Long-form census fight in Ottawa — sideshow signifying nothing .. or more serious than some of us thought?

Jul 19th, 2010 | By | Category: Ottawa Scene
 For some reason this patriotic picture pops up when you Google-Image “Statistics Canada.”

For some reason this patriotic picture pops up when you Google-Image “Statistics Canada.”

UPDATED JULY 21 [see below]. My first reaction to the evolving long-form census issue in Canadian federal politics was stark disbelief. Noting how it has progressed hand in hand with the rising heat in this apparently hotter-than-ever-before summer, however, I have come to see it as a rational phenomenon among people suffering from increasing degrees of sunstroke.

The mass media are of course full of other explanations — about why the Harper minority government has decided to replace the 20% compulsory long-form sample in the census with a 30% voluntary long-form sample (I think I’ve got that right), and/or why so many critics of one stripe or another have reacted to this decision with such wild hostility. But in either case only summer sunstroke makes any real sense to me.

I have been an intermittent user of the kind of data collected by the long-form census for several decades. So I have some serious interest in the issue.  And having now heard that some MPs will (probably or perhaps?) be taking off valuable summer recess time to return to Ottawa and discuss the whole thing in greater depth, there are two key questions I would like to see answered.

First — and with particular reference to the people who decided to change things in the first place, I understand that, under the present practice, “anyone who refuses to respond to the [long-form or short-form] census questions can be fined up to $500 or jailed for a maximum of three months.” But how many people actually were fined or jailed for such offences during the last census? For evidence that the actual number involved was small, at most, see the case of “Warren Kinsella, census refusenik.”

There is apparently a deeper history on PM Harper’s (and Warren Kinsella’s) home turf: “Statistics Canada has tried all kinds of ways to publicise and promote Canada's national census, but this is a first. Census Day, 16 May 2006, is coming up fast and, to raise awareness and, hopefully, participation among a demographic group that is notorious for skipping the Census, Canada's national statistics agency is having the Census logo plastered on Alberta beer cans.”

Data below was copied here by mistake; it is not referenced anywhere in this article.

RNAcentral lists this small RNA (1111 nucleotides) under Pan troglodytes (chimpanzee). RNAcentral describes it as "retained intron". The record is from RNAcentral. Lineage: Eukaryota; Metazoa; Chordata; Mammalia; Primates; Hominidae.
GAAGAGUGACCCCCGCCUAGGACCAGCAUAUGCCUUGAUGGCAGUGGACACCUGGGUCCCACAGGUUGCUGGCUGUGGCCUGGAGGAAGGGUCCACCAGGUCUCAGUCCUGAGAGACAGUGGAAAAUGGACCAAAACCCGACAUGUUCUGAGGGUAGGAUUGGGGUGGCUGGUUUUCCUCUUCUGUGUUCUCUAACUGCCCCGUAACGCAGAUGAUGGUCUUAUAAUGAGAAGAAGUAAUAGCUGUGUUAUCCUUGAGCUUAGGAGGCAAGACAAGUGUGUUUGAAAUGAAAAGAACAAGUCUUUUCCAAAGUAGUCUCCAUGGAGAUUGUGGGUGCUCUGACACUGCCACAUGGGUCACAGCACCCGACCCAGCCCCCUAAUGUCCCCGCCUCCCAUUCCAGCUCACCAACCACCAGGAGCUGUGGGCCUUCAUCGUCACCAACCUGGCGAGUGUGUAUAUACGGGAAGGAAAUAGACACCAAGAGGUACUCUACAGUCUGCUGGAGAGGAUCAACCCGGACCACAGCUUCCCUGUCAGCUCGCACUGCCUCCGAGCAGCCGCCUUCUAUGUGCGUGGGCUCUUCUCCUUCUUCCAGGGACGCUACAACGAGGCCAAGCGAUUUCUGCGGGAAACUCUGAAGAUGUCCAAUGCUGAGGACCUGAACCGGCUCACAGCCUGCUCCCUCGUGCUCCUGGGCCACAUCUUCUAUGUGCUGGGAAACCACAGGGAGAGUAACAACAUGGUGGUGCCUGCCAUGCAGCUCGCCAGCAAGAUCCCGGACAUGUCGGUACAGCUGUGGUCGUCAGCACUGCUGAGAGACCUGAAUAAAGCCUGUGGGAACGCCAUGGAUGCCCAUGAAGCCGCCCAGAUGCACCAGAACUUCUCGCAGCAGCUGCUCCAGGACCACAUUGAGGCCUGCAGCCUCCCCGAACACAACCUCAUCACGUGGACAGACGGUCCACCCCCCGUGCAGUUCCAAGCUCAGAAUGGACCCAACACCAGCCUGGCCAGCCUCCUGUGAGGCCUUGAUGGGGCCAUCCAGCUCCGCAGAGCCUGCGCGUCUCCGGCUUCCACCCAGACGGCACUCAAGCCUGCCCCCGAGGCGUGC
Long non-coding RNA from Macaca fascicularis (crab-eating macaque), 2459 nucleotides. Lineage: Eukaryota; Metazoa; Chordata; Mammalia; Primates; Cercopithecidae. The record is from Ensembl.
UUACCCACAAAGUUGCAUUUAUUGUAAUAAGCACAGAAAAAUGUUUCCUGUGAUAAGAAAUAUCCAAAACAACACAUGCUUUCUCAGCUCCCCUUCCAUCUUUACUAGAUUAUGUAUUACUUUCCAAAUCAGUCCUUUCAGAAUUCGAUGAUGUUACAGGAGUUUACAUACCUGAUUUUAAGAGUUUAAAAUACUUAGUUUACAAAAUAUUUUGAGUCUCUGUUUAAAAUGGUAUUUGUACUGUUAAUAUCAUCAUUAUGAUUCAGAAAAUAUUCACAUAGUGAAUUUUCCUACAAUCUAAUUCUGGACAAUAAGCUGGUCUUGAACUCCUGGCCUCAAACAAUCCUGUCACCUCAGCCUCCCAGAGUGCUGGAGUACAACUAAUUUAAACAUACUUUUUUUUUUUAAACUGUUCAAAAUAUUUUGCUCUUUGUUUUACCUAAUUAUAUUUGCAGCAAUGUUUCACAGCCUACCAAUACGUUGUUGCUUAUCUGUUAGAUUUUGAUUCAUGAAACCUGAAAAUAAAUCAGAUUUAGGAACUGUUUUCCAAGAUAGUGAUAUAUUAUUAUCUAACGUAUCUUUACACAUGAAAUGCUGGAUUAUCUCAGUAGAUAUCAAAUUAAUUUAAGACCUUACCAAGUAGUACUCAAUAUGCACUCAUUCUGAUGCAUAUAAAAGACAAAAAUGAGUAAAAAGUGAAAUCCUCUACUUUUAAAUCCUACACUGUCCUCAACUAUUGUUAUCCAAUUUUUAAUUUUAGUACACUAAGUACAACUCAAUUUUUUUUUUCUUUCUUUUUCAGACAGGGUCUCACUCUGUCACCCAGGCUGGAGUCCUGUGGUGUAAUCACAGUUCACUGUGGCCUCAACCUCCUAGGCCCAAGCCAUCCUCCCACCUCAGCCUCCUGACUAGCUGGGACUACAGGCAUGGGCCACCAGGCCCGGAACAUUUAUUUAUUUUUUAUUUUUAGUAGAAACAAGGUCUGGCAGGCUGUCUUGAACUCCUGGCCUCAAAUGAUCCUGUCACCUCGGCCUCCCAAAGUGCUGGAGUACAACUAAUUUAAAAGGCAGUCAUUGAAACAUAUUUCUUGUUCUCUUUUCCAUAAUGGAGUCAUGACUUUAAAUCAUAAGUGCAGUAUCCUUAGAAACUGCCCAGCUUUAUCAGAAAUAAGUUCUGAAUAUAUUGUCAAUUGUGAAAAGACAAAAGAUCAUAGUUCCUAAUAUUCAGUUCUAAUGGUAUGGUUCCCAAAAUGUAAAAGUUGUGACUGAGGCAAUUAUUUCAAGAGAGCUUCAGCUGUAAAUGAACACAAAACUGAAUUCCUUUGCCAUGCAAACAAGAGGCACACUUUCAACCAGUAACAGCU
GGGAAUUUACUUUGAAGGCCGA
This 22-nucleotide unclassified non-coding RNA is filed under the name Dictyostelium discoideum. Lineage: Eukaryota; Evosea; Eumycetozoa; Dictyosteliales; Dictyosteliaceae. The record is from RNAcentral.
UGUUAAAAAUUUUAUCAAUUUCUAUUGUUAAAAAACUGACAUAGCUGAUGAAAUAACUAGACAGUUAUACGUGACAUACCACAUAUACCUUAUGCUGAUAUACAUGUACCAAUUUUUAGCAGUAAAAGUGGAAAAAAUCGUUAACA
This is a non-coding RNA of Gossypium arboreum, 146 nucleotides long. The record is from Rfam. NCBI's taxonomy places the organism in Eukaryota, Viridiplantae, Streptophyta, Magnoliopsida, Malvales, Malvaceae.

There is apparently a deeper history on PM Harper’s (and Warren Kinsella’s) home turf: “Statistics Canada has tried all kinds of ways to publicise and promote Canada's national census, but this is a first. Census Day, 16 May 2006, is coming up fast and, to raise awareness and, hopefully, participation among a demographic group that is notorious for skipping the Census, Canada's national statistics agency is having the Census logo plastered on Alberta beer cans.”

Second — with particular reference to those who have expressed so much alarm about replacing the 20% compulsory long-form sample in the decennial census with a 30% voluntary long-form sample, just how much less reliable will (or would?) the latter be? Again I don’t myself know the answer. But as someone who has used this kind of data, it would not altogether surprise me to hear, from qualified experts, that the difference between the results gained through the compulsory and voluntary samples will likely be modest.

Needless to say, my own instincts about both questions could be wrong. But if a parliamentary committee is going to dig into the subject, I hope that answering these questions will be its first priority. If my instincts are broadly correct, then it will at least be clear that the long-form census issue in Canadian federal politics is just another symbolic sideshow of limited practical significance. And one of the most distressing features of Canadian federal politics right now is that we have far too many issues of this sort hanging in the Ottawa air.

UPDATE JULY 21: Today Munir Sheikh, the head of Statistics Canada, resigned over this issue.  See:  “Chief statistician resigns over changes to census … Voluntary form is no substitute for a mandatory one, outgoing head of Statistics Canada says.”

Perversely enough, I continue to believe that, at some level of fundamental realism, “the long-form census issue in Canadian federal politics is just another symbolic sideshow of limited practical significance.”

Politics notoriously has a great deal to do with perception, however, and  Mr. Sheikh’s resignation no doubt counts for more than I was anticipating in this context.

I remain sceptical about just how much all this is damaging the Harper Conservatives. Though if the issue continues to develop I of course may have to change my mind here tooAn interesting but inconclusive cross-Canada survey has come out today as well. See “No consensus on census debate: Poll.”

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